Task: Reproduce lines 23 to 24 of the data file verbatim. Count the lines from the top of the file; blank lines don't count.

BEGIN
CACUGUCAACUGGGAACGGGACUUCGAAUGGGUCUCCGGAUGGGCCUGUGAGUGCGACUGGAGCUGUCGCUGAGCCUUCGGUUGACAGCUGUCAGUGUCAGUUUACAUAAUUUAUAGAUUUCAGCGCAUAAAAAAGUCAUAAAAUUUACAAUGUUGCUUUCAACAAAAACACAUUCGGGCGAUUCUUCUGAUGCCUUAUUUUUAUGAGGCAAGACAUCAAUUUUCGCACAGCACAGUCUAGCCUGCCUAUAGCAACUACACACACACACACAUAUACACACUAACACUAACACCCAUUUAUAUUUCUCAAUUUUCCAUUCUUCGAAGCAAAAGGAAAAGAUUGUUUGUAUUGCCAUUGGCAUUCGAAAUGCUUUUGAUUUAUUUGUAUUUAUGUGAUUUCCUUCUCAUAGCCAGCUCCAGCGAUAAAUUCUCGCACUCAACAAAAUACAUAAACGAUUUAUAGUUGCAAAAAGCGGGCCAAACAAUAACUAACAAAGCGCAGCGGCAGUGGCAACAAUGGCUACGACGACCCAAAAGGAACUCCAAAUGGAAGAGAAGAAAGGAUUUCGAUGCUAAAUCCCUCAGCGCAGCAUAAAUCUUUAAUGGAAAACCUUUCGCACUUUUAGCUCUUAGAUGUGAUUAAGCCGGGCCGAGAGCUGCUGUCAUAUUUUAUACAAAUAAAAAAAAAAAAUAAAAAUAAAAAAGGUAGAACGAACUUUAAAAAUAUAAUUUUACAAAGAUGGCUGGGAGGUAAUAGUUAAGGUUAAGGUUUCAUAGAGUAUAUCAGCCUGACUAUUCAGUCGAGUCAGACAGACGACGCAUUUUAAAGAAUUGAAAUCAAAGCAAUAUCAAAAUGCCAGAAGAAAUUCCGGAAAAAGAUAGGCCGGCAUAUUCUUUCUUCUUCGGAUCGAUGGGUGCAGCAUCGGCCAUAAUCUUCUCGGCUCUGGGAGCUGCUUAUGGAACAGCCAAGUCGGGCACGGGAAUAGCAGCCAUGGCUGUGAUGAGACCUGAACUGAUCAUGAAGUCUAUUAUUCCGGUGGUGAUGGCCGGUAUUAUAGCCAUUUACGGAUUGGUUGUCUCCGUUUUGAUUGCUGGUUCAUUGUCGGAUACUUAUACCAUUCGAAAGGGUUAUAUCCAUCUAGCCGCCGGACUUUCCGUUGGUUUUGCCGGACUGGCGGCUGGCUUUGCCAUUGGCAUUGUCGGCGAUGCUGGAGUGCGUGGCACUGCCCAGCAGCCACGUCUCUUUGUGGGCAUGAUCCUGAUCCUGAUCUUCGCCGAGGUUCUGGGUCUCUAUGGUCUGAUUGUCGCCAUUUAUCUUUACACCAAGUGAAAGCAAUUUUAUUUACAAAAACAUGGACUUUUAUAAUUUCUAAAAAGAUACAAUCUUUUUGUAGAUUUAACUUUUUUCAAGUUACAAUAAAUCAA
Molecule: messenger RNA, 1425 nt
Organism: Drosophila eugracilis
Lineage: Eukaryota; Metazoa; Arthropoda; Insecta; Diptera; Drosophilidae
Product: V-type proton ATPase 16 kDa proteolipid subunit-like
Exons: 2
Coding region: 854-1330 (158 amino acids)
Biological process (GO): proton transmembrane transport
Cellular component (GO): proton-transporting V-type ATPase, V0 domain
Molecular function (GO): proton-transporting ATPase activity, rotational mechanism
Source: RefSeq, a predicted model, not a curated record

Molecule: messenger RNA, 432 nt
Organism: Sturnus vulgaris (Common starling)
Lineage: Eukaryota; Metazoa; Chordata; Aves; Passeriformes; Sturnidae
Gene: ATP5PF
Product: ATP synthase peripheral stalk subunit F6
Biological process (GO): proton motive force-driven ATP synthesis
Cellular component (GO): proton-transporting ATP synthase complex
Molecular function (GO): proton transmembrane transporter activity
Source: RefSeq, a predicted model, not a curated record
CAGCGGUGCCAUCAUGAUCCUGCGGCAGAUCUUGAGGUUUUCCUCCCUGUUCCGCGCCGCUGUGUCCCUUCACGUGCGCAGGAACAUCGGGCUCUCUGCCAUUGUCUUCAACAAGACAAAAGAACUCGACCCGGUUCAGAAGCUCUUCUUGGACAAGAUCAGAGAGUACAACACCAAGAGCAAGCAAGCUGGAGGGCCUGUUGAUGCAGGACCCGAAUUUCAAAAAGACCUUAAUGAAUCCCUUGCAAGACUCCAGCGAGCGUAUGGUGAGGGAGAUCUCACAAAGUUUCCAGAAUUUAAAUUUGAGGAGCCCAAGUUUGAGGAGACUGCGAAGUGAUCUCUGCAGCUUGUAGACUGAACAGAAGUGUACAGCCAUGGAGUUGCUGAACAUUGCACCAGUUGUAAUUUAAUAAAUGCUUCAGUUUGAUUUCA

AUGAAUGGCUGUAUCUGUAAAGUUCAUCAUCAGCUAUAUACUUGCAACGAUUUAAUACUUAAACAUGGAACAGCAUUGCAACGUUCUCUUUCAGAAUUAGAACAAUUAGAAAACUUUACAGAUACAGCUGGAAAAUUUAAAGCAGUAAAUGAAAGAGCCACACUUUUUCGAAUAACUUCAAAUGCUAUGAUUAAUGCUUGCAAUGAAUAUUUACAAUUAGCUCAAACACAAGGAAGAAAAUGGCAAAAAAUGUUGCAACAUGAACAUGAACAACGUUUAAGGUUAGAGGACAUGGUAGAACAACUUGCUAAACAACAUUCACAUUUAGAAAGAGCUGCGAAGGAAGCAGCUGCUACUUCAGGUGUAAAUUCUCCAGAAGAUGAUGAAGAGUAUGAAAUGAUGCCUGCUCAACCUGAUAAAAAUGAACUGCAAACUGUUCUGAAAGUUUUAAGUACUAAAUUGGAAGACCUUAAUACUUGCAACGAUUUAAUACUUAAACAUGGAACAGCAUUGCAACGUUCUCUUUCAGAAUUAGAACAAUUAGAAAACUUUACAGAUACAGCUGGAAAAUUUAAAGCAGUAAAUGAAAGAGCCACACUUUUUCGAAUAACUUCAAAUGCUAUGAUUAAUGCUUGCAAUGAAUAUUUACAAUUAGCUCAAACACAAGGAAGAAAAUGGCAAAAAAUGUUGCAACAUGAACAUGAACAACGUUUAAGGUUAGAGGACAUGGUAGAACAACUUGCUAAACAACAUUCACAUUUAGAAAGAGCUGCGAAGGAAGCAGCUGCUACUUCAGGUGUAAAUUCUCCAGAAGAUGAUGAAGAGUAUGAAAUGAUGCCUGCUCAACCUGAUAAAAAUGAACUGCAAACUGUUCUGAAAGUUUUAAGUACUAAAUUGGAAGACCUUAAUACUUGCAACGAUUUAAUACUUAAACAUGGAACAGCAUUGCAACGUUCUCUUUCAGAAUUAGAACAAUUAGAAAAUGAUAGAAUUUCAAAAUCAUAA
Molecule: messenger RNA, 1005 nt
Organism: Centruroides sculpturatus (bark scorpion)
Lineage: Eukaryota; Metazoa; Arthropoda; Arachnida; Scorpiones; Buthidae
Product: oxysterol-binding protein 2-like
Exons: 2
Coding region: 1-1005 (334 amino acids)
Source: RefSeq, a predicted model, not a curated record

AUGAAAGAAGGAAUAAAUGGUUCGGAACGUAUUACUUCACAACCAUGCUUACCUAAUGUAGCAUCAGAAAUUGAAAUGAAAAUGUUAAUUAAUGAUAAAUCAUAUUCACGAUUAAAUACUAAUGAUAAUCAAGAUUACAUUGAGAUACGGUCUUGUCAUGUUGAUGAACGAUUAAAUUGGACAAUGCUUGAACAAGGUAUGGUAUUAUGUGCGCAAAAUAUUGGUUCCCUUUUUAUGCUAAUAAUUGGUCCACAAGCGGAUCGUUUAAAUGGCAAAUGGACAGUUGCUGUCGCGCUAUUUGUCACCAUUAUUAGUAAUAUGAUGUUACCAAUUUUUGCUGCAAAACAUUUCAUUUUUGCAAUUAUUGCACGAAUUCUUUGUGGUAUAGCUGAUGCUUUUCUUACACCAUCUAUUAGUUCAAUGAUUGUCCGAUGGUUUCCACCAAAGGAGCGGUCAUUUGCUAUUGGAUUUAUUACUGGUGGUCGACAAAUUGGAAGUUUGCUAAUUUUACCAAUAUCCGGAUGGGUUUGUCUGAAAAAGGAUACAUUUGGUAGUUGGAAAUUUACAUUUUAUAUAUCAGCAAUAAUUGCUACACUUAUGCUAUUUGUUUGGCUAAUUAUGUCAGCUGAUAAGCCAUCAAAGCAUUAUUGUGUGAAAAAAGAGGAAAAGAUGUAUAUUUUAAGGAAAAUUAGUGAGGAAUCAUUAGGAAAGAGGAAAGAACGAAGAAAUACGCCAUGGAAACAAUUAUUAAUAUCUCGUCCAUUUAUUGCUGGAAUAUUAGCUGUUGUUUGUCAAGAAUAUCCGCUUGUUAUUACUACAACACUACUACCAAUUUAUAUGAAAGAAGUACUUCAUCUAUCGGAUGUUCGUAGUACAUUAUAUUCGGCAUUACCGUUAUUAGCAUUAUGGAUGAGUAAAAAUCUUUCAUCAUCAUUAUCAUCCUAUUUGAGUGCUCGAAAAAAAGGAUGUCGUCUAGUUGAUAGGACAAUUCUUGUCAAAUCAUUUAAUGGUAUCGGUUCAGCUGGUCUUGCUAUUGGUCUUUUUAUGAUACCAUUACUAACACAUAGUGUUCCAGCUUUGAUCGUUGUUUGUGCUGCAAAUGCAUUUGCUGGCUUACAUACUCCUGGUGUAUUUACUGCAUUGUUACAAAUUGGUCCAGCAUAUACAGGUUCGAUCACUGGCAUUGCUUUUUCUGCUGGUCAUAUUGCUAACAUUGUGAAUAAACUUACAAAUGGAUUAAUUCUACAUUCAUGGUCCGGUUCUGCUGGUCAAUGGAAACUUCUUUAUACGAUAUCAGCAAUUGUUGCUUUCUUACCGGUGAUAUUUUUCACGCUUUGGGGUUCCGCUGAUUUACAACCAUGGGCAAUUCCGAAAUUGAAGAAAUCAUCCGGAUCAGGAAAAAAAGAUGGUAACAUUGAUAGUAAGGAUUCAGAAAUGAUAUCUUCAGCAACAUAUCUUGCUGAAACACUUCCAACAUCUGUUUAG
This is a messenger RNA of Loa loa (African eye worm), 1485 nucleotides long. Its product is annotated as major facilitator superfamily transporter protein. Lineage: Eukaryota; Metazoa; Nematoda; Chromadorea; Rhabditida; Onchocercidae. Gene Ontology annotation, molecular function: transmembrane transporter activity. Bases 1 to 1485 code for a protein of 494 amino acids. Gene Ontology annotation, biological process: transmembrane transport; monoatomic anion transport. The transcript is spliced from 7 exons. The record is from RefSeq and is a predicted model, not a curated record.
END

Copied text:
Molecule: messenger RNA, 1005 nt
Organism: Centruroides sculpturatus (bark scorpion)